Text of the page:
To the right of the S-meter the selected shortwave band segment is displayed, the 500 kHz ranges are selected with a powerful rotary switch on the left face of the receiver. To determine the frequency, the displayed frequency on the SW 2-19 dial, which runs vertically from 0 - 500 kHz, is added to the frequency in the display window: in the example shown, the receiver is set to 5.800 + 450 corresponding to 6.250 MHz. If you are tuned to a station on a known frequency, the dial can be calibrated to signal maximum.
The large pushbuttons below the corresponding dials activate the shortwave ranges SW2-19, and the tuning knob is the one below it. The dial accuracy is probably around 10 kHz, which is usually sufficient to identify a station.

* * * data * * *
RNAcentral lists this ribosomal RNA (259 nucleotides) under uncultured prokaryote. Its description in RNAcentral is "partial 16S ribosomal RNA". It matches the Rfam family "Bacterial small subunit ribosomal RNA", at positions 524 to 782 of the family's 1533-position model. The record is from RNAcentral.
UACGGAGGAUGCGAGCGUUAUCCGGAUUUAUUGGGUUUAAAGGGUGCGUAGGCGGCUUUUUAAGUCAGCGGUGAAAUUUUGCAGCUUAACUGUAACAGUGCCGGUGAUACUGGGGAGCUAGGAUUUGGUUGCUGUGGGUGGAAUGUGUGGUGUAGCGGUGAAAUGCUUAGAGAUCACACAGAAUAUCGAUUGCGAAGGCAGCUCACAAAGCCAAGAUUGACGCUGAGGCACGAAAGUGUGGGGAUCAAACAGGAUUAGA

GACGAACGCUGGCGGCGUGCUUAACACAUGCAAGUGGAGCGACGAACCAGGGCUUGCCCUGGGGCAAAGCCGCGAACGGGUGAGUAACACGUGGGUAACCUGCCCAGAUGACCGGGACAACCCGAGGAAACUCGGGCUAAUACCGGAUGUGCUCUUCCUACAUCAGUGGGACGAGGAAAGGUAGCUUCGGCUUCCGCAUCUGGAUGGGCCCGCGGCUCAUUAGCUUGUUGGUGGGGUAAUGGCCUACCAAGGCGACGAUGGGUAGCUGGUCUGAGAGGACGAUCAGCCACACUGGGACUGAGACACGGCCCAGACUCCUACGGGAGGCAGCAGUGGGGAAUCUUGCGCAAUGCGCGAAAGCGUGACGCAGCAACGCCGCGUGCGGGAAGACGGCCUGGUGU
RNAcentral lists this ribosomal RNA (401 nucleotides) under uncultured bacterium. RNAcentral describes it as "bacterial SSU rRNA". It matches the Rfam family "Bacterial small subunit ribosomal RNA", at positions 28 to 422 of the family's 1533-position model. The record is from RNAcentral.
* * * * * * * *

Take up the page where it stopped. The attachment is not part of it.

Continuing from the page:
In the middle dial window, the vertical dials for SW1, medium and longwave are located, frequencies can be read with acceptable accuracy - again the band range is activated with the large button below and the large tuning knob below tunes the band. There is no separate fine tuning knob.
Located at the far right are the dials, band selector buttons and the tuning knob for the two VHF ranges; the Sony covers 64 - 88 and 86 - 108 MHz in two bands. In the lower row of controls, below the S-meter, are the tone controls for treble & bass, the volume control and below that the RF gain control, with the control pulled out, MGC i.e. manual control of the RF gain is possible.
At the bottom row, you find the headphone / earphone jacks on the left (the Sony can handle both diameters of plugs, it's just ingenious…), and below the SW tuning knob, the BFO control for CW and single sideband reception. A small switch activates the BFO, the desired sideband can be set with the control.
Switches under the middle tuning knob activate special functions in the AM range: in the LOCAL position, an attenuator is activated, the switches for ANL (noise limiter) and the two IF filters, in the SHARP position, adjacent channel interference can be suppressed well.
Below the right FM tuning knob are the switching elements for VHF quelch and automatic frequency correction AFC.